Finding Linear, Quadratic and Cubic polynomials

Linear, Quadratic, and Cubic polynomials from Table

A polynomial in X is an algebraic expression of the form f(x) = a0 + a1x + a2x2 + a3 x3 +..........+ an xn, where a1, a2, a3....an are real numbers and all the indexes of 'x' are non-negative integers. Polynomial is derived from the words "poly" and "nomial," which together mean "many terms." Constants, variables, and exponents can all be found in a polynomial.

The highest degree of a polynomial's exponent(variable) with a non-zero coefficient is its degree. The term "degree" means "power" in this context. Let's look at different degrees of polynomials in this article.

Degree of a Polynomial

The degree of a polynomial is the highest degree exponent term.

All you have to do to find the degree is find the largest exponent in the given polynomial.

For instance, consider the following equation:

x3 + 2x2 + 4x + 3 = f(x). The equation has a degree of three. The degree of the polynomial is defined as the highest power of the variable in the polynomial.

A polynomial of degree 2 is f(x) = 7x2 - 3x + 12.

f(x) = an xn + an-1 xn-1 + an-2xn-2 +...................+ a1 x + a0 where a0, a1, a2......an are constants and a 0

We have the following names for the degree of polynomial based on the degree of polynomial.

 

Constant Polynomial

A constant polynomial is a polynomial with the highest degree

zero. There are no variables in it, only constants.

For example, constant polynomials are f(x) = 6, g(x) = -22, h(y) = 5/2, 

and so on. F(x) = c is a constant polynomial in general. 

The zero polynomial is the constant polynomial 0 or f(x) = 0. 


Equation Formatter

Linear Polynomials

A linear polynomial is a polynomial with the highest degree

number.

Linear polynomials include f(x) = x-12, g(x) = 12 x, and h(x) = -7x + 8.g(x) = axe + b is a linear polynomial in general.

Quadratic Polynomial

A polynomial having its highest degree 2 is known as a quadratic

polynomial.

For example, f (x) = 2x2 - 3x + 15, g(y) = 3/2 y2 - 4y + 11 are quadratic polynomials.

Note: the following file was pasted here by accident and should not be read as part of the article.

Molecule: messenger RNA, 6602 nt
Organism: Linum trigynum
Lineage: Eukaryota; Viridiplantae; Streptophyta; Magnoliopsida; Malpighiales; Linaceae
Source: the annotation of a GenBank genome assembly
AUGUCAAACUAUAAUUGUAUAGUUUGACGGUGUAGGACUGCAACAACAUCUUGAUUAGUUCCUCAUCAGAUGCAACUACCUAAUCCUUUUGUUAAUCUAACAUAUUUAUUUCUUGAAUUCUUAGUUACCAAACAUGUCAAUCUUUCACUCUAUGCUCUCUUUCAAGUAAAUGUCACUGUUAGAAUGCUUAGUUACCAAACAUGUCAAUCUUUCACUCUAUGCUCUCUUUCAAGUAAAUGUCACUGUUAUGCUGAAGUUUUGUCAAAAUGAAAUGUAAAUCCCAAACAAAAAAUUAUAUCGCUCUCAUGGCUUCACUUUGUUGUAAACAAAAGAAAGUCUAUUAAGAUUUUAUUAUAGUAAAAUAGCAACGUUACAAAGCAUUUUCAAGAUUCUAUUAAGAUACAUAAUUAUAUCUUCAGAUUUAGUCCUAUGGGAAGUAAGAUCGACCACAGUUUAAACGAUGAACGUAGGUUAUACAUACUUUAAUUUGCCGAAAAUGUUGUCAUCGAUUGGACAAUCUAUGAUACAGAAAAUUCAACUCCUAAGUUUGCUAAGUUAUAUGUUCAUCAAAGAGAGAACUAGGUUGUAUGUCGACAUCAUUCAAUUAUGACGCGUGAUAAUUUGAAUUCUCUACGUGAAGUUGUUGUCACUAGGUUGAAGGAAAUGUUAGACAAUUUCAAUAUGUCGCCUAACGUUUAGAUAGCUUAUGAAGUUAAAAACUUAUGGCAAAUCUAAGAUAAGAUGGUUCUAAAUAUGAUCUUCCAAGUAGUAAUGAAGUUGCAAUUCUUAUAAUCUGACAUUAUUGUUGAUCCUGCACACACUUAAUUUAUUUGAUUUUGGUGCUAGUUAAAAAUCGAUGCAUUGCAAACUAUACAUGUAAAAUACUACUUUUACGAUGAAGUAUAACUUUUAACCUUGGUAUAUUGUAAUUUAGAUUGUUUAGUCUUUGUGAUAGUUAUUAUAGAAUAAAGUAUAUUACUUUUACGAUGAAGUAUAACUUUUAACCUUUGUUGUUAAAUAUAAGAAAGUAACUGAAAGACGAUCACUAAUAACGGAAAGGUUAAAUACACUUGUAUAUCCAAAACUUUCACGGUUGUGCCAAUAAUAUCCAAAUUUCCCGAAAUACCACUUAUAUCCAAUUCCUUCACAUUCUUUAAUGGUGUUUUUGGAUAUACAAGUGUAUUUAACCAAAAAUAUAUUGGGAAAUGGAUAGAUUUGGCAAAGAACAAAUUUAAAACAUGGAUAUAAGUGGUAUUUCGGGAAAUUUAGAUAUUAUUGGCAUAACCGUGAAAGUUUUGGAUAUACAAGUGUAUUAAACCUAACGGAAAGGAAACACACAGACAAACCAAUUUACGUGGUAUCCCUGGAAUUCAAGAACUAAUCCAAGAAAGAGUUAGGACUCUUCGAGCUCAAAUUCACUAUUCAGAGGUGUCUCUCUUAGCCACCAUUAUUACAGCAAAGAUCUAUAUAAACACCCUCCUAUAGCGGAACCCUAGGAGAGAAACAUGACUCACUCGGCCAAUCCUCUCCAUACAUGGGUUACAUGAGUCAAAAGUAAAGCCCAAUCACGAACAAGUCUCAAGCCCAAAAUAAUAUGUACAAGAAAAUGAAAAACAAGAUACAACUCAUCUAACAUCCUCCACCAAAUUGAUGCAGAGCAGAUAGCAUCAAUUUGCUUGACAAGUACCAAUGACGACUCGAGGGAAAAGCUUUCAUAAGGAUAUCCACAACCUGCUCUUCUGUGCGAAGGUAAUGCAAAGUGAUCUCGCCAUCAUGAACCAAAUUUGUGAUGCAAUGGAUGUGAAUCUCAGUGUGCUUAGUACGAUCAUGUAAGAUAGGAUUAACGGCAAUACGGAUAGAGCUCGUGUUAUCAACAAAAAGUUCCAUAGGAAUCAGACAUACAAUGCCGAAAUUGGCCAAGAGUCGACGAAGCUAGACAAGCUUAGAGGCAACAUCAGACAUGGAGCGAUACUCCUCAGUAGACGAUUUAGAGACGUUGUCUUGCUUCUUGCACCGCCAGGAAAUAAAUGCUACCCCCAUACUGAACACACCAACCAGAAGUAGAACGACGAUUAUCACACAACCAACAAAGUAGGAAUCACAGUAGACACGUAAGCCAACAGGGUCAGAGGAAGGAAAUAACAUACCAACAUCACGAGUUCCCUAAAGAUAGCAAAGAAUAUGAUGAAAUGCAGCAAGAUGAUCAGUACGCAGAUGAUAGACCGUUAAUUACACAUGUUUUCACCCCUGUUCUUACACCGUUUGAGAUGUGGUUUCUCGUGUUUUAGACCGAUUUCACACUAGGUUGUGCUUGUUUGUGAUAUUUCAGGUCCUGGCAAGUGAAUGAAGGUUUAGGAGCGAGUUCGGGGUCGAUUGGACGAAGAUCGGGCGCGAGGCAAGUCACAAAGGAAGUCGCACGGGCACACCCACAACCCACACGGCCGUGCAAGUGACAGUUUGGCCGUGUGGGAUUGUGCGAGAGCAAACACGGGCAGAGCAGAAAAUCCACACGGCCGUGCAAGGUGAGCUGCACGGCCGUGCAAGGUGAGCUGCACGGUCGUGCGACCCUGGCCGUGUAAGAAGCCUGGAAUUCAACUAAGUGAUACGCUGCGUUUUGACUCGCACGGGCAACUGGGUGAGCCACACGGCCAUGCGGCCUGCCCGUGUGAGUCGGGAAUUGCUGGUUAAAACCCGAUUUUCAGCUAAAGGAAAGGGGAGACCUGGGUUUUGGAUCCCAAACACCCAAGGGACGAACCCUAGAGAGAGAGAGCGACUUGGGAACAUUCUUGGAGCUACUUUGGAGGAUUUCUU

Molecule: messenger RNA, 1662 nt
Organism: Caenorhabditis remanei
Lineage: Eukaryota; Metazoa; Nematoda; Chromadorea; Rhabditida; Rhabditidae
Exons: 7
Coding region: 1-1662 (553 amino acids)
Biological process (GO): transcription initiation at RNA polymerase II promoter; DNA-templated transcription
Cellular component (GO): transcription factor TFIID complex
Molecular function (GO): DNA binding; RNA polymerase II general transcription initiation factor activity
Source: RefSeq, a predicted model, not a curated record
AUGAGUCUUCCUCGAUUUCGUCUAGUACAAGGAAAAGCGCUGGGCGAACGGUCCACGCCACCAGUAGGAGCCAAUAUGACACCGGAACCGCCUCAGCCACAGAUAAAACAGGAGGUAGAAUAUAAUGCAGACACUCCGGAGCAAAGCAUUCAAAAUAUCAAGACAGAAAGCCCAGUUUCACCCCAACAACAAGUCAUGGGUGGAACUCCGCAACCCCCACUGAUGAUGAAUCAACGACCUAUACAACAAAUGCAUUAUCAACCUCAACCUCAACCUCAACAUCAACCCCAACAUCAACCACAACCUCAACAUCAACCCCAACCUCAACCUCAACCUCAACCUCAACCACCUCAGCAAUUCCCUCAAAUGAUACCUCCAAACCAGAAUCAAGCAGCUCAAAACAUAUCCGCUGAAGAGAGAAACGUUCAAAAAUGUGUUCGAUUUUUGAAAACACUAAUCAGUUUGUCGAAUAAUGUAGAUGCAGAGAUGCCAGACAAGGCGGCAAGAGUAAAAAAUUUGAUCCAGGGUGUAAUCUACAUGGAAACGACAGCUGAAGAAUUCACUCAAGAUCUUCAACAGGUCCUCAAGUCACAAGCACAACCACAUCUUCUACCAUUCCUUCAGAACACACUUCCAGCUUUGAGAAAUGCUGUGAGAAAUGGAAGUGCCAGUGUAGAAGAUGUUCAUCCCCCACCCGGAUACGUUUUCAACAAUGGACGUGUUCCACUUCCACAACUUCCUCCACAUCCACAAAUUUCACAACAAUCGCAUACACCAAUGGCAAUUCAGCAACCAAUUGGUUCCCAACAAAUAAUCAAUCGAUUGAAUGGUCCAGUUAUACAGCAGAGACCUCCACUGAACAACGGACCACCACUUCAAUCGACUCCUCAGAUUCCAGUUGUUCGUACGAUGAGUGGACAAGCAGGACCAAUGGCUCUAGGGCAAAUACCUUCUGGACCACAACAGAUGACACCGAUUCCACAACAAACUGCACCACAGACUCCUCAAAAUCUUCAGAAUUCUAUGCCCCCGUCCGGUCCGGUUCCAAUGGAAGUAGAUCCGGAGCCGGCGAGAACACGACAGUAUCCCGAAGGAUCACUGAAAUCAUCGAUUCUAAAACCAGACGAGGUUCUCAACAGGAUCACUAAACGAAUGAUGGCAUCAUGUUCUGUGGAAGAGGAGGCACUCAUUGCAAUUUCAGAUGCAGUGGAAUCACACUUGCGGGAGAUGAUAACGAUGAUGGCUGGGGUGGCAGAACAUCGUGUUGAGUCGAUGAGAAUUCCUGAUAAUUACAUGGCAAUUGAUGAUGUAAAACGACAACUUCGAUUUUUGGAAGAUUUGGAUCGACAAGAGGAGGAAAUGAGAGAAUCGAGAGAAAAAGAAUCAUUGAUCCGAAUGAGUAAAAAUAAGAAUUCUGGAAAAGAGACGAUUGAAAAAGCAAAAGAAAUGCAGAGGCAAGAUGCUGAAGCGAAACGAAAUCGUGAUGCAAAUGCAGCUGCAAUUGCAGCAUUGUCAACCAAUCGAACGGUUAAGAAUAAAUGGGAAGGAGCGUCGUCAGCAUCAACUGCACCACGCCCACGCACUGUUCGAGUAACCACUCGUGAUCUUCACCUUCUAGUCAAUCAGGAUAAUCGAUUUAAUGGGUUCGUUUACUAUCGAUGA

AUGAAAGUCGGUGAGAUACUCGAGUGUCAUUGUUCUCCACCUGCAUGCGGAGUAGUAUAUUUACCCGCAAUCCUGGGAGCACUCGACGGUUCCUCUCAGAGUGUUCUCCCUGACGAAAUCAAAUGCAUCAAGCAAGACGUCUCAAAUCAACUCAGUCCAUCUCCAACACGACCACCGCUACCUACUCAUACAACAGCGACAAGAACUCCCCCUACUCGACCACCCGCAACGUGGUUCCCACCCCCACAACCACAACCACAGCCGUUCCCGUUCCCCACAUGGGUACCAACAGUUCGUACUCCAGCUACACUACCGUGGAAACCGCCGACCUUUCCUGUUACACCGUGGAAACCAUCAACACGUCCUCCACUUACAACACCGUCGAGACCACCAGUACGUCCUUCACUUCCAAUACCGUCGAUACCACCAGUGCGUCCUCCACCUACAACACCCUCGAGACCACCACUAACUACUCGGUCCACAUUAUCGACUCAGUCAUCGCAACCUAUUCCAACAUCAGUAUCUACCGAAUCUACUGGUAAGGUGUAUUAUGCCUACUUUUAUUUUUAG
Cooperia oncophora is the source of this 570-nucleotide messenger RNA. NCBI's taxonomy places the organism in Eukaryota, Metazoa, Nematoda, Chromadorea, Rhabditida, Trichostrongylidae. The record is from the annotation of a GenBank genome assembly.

In general g(x) = ax2+ bx + c, a ≠ 0 is a quadratic polynomial.

 

Cubic Polynomial

A polynomial having its highest degree 3 is known as a Cubic

polynomial.

For example, f (x) = 8x3 + 2x2- 3x + 15, g(y) =  y3 - 4y + 11 are cubic polynomials.

In general g(x) = ax3 + bx2 + cx + d, a ≠ 0 is a quadratic polynomial.

The general linear, quadratic, and cubic functions are represented in the following three different tables. These tables will be used to locate functions.

Using finite-difference tables, find the rule for each of the following sequences:

A 20, 19, 18, 17,16, ………  B 5, 11, 19, 29, 41, ………. C 6, 26, 64, 126, 218, 346, ………

A-   Solution

X

F(X)

1st Difference

1

20

-1

2

19

-1

3

18

-1

4

17

-1

5

16

The function is a Linear of the form f(X) = ax + b. From the difference table for the quadratic

a = -1 and therefore a = -1 (using column 1st Diff 2)

Finally, a + b = 20 = -1 + b = 21 and therefore b = 21 (using column F(X))

f (X) = -1X + 21

B-   Solution

                                                                 X      f(X)    ∆1    ∆2

The function is a quadratic of the form f (X) = aX2 + bX + c. From the difference table for the quadratic 2a = 2 and therefore a = 1 (using column ∆2)

Also, 3a + b = 6 and therefore b = 3 (using column ∆1)

Finally, a + b + c = 5 and therefore c = 1 (using column f (X))

Therefore, F(X) = X2 + 3X + 1

C-   Solution

                                                     X        f(X)         ∆1        ∆2         ∆3

Therefore f(n) = ax3 + bx2 + cx + d

       6a = 6                          a = 1 (from column ∆1)

       12a + 2b = 18              b = 3 (from column ∆2)

        7a + 3b + c = 20         c = 4 (from column ∆3)

        a + b + c + d = 6         d = 2 (from column f (x))

f (x) = x^3 + 3x^2 + 4x − 2 

Tables
Linear and Quadratic
Cubic

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